Posted on August 10, 2019
The majors are returning to the Permian Basin, and they promise to change the competitive landscape over the next few years.
Narmadha Navaneethan, senior associate, plays and basins in IHS Markit’s Energy Upstream division, said the majors were key players in the Permian Basin’s initial oil and natural gas production before moving off to pursue opportunities offshore and internationally.
“Now they’re back,” she said in a phone interview, and they’re expected to drive the next wave of Permian Basin production growth.
But she estimates they will account for only about 20 percent of total Permian oil production in the next five years, up from the current 10 percent. She said there are 380 operators active in the Permian Basin, and the independents, large and small, and private equity companies, still will account for 80 percent of production.
“You cannot take all of the independents out of the Permian Basin,” she said.
But the independents will have to find ways to compete with majors, who operate differently.
She said their balance sheets, which are also different, give them flexibility on allocating capital and the ability to increase their spending over the next five years, whereas independents are being pressured by investors to focus on capital discipline, which limits their activity levels.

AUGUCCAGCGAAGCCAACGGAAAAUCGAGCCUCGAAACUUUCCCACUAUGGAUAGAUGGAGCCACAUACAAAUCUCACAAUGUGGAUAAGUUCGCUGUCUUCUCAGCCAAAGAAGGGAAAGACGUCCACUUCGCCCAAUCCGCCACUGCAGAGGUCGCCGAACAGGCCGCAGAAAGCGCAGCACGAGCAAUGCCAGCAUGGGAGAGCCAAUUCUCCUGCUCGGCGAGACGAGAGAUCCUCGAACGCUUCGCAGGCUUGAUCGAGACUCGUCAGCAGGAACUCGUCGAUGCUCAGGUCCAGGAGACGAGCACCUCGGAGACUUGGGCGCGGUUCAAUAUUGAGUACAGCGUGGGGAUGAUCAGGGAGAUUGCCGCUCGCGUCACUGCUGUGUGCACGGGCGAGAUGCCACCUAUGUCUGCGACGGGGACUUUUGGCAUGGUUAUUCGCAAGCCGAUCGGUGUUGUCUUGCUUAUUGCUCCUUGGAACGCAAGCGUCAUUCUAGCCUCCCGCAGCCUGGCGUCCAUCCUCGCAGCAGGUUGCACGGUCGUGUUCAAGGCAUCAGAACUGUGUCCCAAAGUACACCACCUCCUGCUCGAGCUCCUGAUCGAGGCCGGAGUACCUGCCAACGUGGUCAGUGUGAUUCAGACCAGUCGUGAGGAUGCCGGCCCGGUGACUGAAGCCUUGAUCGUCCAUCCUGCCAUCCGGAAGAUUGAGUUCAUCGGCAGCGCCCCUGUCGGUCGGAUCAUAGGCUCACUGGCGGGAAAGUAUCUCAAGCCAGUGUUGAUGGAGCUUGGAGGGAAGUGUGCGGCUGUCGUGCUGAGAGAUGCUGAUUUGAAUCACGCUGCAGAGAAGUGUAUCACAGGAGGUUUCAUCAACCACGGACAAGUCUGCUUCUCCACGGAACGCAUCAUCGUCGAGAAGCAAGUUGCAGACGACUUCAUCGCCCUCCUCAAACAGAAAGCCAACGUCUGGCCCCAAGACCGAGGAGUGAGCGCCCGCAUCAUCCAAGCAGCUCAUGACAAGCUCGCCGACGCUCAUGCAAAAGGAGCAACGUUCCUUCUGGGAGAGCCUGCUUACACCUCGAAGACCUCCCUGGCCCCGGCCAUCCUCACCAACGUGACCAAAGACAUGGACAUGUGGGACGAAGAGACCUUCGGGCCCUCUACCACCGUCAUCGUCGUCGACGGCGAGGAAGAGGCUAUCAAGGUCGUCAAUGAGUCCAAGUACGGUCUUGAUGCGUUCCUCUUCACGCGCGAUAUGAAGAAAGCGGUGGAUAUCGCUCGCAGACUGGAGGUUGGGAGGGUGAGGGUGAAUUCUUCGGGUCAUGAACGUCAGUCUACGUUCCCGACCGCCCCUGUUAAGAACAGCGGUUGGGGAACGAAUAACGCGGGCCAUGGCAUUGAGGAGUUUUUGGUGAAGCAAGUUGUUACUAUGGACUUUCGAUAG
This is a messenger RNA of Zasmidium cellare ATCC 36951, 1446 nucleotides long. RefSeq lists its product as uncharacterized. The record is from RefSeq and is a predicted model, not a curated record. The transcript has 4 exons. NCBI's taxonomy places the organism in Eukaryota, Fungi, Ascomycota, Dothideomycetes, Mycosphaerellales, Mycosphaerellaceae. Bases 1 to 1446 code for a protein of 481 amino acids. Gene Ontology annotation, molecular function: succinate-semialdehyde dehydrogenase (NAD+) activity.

The majors, with their re-entry to the Permian Basin, also bring midstream and downstream assets. The size and strength of their balance sheets give them leverage in negotiating service contracts, pipeline capacity and other logistics.
Independents’ role over the next several years “is to win investors back,” said Navaneethan. “It’s not just production growth, but winning investors back — hedge funds, private equity. Their strategy needs to be getting money back as fast as they can.”
This changing competitive landscape may push some smaller operators to consolidate, she said.
ExxonMobil, through its subsidiary XTO Energy, has pledged to ramp up its Permian Basin production to more than 1 million barrels of oil equivalent per day by 2024, and Chevron plans to triple its production to more than 900,000 barrels a day by 2023. British Petroleum re-entered the area with its acquisition of assets from BHP Billiton, and Shell, with 270,000 acres through a joint venture with Anadarko (soon to be part of Occidental), is planning for growth in the Permian.
“The larger independents have led unconventional resource development the last few years. They’ve figured out the best acreage, the best drilling strategies,” she said. “The independents have the best productivity. The majors need to catch up.”
Chevron has figured out how to increase productivity in its Permian Basin unconventional assets, while Exxon’s efforts are still a work in progress, she said. Still, the majors managed to increase their production in the Delaware Basin 34 percent in 2018.
A silver lining is that, because the majors are less sensitive to oil prices, the region’s activity to oil price signals may be tempered, she said.